The system should supply 10 percent of the building's energy, or 350,000 kilowatt-hours. It is expected to save Ricoh $56,000 per year and reduce its CO2 emissions by 98.1 metric tones yearly.
The sad fact is that stories like this are news-the day ought to come when, if you have flat roof, you put solar power generators on it as a matter of course, like putting overlapping shingles on a sloped roof as a matter of course.
The reason that day has not come is because of the gap between the price of grid power and solar power. The national average for a kilowatt hour from the grid is a little over 10 cents, and the cost of solar power is four times that. Hopefully this will change in the foreseeable future-by solar coming down rather than grid prices going up.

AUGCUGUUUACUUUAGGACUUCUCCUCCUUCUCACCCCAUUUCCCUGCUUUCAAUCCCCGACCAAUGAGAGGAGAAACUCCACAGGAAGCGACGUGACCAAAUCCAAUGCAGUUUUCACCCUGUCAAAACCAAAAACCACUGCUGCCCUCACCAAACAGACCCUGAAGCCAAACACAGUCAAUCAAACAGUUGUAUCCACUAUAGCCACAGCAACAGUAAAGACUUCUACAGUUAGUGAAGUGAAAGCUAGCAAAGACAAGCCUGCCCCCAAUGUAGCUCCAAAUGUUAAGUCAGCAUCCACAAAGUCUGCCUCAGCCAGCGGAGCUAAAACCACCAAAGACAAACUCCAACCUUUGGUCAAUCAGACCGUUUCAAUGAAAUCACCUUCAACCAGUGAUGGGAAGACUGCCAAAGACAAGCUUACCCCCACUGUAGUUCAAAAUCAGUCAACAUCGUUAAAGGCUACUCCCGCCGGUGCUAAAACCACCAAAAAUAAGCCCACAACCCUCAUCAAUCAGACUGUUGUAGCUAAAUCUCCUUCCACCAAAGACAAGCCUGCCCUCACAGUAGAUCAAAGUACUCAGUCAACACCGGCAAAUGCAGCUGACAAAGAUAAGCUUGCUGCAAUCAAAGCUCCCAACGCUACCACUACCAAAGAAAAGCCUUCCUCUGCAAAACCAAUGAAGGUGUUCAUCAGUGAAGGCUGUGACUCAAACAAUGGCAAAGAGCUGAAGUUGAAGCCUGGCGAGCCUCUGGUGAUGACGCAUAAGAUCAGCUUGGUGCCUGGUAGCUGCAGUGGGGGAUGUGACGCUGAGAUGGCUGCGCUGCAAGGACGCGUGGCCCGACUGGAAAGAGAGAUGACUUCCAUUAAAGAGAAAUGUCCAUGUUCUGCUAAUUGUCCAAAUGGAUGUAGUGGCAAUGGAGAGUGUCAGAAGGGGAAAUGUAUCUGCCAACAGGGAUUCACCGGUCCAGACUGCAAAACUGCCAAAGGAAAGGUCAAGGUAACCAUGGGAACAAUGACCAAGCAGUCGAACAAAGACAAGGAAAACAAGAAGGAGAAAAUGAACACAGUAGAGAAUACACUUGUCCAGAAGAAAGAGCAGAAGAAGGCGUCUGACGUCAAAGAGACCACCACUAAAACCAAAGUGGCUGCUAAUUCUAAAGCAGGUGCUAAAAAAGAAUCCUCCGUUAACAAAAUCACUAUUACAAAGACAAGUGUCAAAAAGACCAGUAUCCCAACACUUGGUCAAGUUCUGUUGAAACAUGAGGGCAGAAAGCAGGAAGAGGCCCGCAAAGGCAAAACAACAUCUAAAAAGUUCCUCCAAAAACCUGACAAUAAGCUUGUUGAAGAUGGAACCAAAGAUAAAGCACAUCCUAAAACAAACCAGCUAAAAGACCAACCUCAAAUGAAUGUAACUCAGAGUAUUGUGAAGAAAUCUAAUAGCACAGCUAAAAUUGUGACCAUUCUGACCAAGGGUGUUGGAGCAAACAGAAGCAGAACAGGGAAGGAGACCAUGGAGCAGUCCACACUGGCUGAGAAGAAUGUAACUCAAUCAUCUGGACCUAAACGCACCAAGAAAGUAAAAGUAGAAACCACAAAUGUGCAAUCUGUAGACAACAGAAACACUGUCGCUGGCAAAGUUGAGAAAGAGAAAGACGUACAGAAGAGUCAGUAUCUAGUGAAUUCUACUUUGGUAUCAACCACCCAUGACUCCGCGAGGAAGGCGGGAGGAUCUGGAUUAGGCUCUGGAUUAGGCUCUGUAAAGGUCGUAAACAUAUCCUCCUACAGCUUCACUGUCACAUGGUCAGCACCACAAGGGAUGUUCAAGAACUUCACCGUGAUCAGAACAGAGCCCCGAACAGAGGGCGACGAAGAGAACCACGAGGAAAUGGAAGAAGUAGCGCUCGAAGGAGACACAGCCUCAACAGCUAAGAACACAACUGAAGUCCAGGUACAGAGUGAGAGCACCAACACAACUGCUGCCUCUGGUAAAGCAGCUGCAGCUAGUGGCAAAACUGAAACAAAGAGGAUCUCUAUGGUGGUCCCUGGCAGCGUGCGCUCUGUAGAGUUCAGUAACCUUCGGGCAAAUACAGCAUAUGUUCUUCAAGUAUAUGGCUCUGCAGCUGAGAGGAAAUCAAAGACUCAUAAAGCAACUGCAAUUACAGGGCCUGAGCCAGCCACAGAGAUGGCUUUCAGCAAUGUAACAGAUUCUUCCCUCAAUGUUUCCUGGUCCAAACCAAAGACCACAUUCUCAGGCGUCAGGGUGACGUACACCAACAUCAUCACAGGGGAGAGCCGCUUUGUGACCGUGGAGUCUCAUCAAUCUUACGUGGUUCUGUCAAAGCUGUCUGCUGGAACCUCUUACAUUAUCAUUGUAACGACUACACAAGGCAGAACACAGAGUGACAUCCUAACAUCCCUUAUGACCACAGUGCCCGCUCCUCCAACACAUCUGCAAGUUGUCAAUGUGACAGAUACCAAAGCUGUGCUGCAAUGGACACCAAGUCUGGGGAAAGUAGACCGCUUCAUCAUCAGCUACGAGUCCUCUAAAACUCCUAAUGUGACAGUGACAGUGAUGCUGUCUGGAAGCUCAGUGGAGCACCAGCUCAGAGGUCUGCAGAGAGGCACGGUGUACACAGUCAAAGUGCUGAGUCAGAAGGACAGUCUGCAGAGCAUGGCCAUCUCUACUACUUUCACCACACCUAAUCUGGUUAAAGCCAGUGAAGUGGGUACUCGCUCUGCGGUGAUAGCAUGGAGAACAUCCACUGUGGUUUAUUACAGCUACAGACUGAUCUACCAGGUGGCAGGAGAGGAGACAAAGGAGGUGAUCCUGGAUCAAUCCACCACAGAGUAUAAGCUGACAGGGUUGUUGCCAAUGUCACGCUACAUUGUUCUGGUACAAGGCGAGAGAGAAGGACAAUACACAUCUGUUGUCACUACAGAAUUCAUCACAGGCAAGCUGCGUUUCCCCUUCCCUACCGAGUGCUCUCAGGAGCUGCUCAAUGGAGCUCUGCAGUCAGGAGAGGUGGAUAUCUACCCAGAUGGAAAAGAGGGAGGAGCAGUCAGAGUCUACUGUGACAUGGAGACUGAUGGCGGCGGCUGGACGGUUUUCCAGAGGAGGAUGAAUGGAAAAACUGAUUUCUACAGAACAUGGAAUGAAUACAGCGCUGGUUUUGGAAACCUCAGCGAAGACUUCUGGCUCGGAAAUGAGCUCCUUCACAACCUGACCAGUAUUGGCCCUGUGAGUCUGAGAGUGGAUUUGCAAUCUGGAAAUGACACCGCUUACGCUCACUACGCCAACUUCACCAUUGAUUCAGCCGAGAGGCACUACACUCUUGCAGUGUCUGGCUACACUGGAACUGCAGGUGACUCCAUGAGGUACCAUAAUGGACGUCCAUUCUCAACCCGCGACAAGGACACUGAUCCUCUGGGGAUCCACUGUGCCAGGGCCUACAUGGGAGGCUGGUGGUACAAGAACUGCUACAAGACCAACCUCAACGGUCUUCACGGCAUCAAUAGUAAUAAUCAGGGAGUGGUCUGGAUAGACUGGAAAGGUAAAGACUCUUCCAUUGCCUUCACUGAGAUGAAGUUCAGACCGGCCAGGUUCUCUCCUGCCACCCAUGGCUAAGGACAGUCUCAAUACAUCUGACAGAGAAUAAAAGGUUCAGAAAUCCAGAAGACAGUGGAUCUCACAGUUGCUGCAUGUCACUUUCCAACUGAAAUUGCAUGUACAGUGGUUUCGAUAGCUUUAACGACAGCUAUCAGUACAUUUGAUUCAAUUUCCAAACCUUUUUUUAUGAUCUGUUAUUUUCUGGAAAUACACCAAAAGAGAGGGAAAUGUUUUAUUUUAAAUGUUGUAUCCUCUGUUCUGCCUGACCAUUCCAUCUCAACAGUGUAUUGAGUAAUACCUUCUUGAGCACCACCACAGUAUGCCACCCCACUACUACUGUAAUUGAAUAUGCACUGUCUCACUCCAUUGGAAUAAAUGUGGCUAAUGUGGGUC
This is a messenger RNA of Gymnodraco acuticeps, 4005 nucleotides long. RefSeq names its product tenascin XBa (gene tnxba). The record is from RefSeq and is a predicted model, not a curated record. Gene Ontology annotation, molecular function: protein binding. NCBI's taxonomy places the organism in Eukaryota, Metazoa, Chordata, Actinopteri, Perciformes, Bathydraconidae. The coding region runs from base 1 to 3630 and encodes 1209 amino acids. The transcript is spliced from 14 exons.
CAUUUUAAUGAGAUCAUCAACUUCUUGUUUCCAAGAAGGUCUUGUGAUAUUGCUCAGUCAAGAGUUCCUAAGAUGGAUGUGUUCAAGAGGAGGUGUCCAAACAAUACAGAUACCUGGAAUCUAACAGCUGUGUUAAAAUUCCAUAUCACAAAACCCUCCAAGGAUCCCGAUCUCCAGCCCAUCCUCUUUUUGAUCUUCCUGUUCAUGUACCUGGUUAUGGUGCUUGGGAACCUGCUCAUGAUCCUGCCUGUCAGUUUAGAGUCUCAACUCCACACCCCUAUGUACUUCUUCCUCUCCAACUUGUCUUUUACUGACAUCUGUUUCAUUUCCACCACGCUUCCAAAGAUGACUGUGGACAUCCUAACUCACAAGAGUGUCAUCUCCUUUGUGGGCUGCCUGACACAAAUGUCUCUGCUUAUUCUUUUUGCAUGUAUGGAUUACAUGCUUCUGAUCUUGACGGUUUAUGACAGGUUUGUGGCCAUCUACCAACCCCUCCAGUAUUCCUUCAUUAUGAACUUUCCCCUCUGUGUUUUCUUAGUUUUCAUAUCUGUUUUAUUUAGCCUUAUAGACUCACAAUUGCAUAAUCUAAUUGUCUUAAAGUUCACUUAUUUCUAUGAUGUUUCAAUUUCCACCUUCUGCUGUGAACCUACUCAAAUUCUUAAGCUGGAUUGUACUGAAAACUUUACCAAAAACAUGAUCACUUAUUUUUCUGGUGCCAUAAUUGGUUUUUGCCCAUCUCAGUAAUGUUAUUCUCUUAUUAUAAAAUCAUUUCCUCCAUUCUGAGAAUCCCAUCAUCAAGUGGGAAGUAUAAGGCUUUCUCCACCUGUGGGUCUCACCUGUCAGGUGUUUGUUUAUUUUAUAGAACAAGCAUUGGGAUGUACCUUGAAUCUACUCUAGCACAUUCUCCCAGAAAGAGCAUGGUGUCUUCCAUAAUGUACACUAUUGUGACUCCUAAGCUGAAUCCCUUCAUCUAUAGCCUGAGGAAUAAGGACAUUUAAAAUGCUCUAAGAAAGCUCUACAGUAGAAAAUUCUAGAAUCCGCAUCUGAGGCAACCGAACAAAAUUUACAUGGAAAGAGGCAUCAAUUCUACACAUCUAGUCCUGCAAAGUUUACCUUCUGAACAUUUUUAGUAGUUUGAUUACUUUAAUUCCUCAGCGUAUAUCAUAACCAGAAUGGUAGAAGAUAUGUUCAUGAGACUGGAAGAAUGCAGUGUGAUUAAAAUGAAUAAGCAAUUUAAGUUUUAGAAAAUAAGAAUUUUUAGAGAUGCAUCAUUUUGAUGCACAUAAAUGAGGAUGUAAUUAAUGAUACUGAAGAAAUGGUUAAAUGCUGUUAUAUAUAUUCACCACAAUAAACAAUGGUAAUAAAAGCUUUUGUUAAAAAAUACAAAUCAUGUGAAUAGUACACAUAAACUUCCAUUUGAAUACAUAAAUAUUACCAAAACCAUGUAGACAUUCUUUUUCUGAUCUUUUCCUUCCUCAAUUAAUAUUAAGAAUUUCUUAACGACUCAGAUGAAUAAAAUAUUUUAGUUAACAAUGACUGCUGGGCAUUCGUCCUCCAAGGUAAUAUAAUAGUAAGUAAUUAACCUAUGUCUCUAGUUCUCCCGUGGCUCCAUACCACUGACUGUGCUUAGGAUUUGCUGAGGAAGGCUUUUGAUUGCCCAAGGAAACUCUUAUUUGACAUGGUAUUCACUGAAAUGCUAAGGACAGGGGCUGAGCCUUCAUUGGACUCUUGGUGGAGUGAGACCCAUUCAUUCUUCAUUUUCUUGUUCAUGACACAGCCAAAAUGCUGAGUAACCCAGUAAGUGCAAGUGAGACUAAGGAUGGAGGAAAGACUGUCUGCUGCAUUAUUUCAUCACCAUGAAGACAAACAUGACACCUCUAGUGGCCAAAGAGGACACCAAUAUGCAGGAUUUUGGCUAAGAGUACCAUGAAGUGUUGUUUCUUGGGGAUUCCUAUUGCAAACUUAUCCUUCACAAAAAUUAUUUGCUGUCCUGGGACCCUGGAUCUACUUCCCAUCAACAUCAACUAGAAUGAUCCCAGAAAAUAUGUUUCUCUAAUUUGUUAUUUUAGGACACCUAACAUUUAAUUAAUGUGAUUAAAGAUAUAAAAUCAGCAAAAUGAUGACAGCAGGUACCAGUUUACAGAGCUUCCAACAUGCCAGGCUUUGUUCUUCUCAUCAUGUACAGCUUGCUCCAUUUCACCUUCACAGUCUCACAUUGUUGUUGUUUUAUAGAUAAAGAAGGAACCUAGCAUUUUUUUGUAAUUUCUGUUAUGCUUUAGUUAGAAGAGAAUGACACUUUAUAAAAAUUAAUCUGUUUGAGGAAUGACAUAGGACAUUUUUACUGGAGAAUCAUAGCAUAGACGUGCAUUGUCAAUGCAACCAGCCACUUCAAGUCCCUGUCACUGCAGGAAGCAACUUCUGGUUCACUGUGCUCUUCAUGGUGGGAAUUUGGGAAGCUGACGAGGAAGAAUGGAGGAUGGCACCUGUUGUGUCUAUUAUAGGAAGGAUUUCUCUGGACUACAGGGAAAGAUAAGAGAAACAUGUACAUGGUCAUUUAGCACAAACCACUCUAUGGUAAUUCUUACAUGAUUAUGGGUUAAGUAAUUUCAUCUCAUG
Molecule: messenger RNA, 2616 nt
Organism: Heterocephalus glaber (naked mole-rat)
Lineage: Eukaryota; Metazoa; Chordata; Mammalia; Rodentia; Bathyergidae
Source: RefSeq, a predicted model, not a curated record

In the meantime, government subsidies and tax breaks can close the gap-and Japan and California are famous for granting them. And if that puts a different light on Ricoh's actions in Japan and California, I think it's unfair. What counts is commitment, and Ricoh has shown some. If two separate governments reward them, so much the better.
And, some day, hopefully, it won't be news.